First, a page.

Linux Kernel Installation
Reboot your machine using:
shutdown -r now
While typing reboot or pressing the ctrl+alt+del key combination usually works, I don't recommend either one. Under some circumstances, the file systems won't be properly unmounted and could corrupt open files. At the LILO prompt, if you need to boot the old kernel or pass some parameters for bootup and you don't see the boot: prompt, you can try pressing either the shift or ctrl key, and the boot: prompt should appear. Once you have it, press tab to see the available kernel labels. Type the label and optionally enter any parameters for bootup. Normally, however, the default kernel should boot automatically after the timeout interval specified in the /etc/lilo.conf file. During bootup, you may see a few error messages containing: SIOCADDR or the like. These usually indicate that a module (normally a network module) didn't load. We'll handle this shortly. If you got the error, “VFS, cannot mount root”, you didn't compile the proper disk or file-system support into the kernel.
Due to the different ways in which each distribution handles daemon startup from /etc/inittab, it is difficult in this article to cover all the possible reasons your bootup may not have gone smoothly and the reasons why. However, I can tell you where to start looking.
First, run depmod -a to ensure you have an up-to-date, module dependency file (it will be created in the appropriate subdirectory). If you get a string of errors about unresolved dependencies, old modules are present in the modules subdirectories, and you didn't configure the kernel with “Module Versions” enabled. This is not a fatal error. The modules you compiled and installed are good. Check the /etc/conf.modules file and make sure that any lines pointing to /lib/modules are complete:
(Note: the grave quote on each side of uname -r is located above the Tab key in the upper left corner of the keyboard on a U.S. keyboard).
Make sure kerneld is running and that it is loaded early in the bootup process. If it is, then the system doesn't need to explicitly load modules, kerneld will handle it. Be careful about calling kerneld too early in the first rc script. kerneld will stop the bootup process forcing a hard reboot via the reset button or power switch, if it is called before the system knows its host name. If this happens to you, you can reboot passing LILO the -b argument which prevents init from executing any rc scripts. Next, look in /etc/rc.d/ at the rc, rc.sysinit and rc.modules files. One or more may point to a directory such as /etc/modules/`uname -r`/`uname -v` where a list of bootup modules are located. You can just copy the old file over to the new directory;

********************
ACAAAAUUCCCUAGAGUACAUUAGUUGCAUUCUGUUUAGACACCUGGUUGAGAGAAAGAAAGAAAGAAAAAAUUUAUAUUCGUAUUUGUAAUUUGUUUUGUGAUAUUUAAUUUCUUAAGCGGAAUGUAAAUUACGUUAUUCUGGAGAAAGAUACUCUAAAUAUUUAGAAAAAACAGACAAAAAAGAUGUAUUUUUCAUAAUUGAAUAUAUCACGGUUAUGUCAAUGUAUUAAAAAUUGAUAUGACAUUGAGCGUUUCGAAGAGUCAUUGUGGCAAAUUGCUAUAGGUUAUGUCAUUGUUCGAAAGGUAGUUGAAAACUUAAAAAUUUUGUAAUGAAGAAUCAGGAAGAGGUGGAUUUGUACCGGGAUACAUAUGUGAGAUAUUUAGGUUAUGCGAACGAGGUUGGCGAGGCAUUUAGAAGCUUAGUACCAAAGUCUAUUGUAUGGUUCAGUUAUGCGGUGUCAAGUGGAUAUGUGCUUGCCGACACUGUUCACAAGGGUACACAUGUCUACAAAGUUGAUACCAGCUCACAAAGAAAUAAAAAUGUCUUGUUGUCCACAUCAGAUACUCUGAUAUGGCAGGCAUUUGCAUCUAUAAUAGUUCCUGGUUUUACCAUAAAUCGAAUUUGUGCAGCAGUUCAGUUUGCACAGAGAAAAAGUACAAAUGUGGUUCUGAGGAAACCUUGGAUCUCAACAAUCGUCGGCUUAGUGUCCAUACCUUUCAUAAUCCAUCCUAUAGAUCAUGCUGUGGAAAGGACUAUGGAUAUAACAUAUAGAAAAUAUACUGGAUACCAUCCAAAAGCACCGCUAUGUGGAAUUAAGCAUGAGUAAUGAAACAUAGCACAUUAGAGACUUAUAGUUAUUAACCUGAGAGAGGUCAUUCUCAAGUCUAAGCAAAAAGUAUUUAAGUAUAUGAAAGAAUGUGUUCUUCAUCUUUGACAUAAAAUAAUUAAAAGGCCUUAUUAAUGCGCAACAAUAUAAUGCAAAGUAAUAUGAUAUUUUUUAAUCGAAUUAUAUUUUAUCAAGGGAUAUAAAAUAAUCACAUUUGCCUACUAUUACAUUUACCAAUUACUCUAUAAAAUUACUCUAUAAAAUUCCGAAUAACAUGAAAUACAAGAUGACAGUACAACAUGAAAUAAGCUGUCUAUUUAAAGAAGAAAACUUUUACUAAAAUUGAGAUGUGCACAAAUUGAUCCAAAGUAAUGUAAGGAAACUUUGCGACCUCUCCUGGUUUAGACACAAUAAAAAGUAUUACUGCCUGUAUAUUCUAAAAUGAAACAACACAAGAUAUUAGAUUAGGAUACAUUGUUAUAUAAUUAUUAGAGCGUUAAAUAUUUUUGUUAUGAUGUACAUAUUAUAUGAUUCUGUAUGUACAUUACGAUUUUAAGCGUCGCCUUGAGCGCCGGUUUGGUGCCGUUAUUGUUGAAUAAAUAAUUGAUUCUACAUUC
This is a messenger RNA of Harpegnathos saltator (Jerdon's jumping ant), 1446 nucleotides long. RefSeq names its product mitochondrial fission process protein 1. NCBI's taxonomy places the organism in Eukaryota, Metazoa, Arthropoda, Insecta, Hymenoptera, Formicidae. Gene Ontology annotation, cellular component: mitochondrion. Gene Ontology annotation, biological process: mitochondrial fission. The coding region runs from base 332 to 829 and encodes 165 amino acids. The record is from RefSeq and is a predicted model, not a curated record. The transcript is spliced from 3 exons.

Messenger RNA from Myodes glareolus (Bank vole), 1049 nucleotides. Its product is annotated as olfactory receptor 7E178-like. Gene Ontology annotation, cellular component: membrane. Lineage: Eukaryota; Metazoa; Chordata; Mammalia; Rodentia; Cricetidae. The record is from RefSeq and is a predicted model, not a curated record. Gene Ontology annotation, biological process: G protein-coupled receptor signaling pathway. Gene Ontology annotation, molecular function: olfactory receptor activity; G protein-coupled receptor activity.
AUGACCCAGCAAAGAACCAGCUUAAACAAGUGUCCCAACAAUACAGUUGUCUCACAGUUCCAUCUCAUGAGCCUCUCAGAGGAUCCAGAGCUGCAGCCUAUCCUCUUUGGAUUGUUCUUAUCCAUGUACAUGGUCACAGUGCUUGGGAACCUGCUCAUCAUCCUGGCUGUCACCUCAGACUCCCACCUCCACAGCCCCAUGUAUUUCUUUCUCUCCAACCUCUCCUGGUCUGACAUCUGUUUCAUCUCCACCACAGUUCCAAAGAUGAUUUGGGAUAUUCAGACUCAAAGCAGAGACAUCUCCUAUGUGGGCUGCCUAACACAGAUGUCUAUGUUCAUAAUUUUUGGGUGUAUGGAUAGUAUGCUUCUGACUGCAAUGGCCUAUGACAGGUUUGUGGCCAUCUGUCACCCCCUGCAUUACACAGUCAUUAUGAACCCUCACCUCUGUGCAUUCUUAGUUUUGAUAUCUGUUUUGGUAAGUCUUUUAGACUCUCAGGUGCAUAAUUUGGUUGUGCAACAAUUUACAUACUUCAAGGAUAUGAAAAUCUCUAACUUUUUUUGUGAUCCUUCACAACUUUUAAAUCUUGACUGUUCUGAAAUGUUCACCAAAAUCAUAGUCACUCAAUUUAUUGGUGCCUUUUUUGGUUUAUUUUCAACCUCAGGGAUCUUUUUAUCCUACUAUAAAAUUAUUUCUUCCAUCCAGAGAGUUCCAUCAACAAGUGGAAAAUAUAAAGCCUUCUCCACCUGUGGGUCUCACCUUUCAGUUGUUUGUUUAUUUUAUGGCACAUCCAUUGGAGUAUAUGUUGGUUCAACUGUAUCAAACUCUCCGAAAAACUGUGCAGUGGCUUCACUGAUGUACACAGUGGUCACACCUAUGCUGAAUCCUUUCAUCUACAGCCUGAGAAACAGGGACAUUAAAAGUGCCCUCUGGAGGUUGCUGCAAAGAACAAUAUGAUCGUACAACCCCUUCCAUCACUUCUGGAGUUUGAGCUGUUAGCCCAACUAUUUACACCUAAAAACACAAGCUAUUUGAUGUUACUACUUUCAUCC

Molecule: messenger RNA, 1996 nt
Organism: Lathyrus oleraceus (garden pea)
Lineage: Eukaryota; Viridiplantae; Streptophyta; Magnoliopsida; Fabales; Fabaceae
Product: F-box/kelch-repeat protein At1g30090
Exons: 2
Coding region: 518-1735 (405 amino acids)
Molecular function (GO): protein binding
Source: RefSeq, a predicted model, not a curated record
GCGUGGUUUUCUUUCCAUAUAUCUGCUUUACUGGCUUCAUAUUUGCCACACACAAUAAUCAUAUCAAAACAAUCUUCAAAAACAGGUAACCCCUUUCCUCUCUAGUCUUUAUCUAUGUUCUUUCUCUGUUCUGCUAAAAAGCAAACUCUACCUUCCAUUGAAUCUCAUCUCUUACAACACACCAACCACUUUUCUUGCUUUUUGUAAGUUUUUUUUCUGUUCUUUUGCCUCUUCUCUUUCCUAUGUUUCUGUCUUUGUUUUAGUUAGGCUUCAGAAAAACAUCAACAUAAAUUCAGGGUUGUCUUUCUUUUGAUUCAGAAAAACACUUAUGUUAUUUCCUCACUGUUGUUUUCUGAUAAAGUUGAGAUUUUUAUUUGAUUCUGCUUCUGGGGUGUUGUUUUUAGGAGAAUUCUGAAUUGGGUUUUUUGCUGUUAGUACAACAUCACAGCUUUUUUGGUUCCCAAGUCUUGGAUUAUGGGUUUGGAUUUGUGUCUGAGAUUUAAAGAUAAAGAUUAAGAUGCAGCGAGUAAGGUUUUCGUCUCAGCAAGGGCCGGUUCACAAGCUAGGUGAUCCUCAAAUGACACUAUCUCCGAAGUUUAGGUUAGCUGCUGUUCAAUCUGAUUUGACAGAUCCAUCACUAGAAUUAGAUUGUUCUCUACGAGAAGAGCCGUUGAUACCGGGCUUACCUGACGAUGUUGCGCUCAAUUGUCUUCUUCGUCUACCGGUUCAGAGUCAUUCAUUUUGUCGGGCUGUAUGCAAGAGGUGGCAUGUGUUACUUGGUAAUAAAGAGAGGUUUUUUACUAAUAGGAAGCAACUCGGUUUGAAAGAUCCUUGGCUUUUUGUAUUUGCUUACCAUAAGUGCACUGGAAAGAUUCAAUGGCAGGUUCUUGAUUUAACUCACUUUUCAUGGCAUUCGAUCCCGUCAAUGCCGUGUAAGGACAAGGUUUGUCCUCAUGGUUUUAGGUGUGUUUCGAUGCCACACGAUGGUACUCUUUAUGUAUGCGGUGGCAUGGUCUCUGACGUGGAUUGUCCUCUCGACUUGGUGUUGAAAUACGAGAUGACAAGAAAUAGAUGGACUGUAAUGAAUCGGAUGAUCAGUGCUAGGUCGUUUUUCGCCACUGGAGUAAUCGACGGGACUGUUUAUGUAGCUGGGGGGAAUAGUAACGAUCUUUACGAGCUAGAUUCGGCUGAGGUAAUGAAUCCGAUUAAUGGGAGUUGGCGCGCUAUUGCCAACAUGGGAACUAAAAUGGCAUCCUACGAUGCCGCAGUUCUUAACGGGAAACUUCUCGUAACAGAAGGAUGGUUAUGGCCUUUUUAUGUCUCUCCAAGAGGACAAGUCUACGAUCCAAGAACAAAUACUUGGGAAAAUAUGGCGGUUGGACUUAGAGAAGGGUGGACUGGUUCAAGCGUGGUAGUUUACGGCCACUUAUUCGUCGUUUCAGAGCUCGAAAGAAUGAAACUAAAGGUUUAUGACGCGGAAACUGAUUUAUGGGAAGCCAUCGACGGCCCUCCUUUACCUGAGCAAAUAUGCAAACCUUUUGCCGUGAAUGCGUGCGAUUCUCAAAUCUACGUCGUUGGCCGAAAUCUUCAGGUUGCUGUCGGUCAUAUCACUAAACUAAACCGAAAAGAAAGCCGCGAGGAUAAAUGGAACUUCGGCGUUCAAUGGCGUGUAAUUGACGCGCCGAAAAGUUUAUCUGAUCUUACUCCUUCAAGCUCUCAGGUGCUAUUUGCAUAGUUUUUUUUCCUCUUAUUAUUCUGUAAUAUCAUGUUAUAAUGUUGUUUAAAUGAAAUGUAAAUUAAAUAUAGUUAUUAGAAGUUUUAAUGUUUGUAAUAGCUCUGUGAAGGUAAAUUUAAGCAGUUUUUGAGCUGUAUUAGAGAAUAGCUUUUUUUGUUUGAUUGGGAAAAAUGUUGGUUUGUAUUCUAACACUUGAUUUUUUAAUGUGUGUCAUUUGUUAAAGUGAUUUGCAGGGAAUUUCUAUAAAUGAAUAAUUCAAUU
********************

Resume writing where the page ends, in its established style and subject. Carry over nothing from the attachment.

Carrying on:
mkdir /etc/modules/`uname -r` ; cp /etc/modules/2.0.xx/g#1 Thu 3 Sep 1997.\ default /etc/modules/`uname -r`/\ `uname -v`.default""
Your system will almost certainly have a different date for the modules file. Your system also may or may not use the default extension. Pay close attention to the use of grave quotes and double quotes in the above example, since both are needed in the proper places. Once you have found the keys to your system, you should be able to reboot into a properly functioning system. If you experience further problems, the best place to get quick, expert advice is on a mailing list dedicated to your particular distribution. Those successfully running a particular distribution usually delight in assisting novices with problems they may encounter. Why? Because they hit the same brick walls when they were novices and received help with many problems. Lurk a few days on a list, and if your question isn't asked by someone else, ask it yourself. Check the mail-list archives first, if any are present. These archives contain answers to frequently asked questions (FAQ).
While building a kernel tailored to your system may seem a daunting challenge for new administrators, the time spent is worth it. Your system will run more efficiently, and more importantly, you will have the satisfaction of building it yourself.
The few areas where you may encounter trouble are in remembering to rerun LILO after installing the new kernel, but you didn't overwrite your old one (or did you?), so you can always revert to one that worked from the lilo: prompt. Distribution specific problems during bootup may also be encountered during the first reboot but are usually easily resolved. Help is normally only an e-mail away for those distributions that don't come with technical support.
David Bandel is a Computer Network Consultant specializing in Linux, but he begrudgingly works with Windows and those “real” Unix boxes like DEC 5000s and Suns. When he's not working, he can be found hacking his own system or enjoying the view of Seattle from 2,500 feet up in an airplane. He welcomes your comments, criticisms, witticisms, and will be happy to further obfuscate the issue. You may reach him via e-mail at firstname.lastname@example.org or snaill mail c/o Linux Journal.
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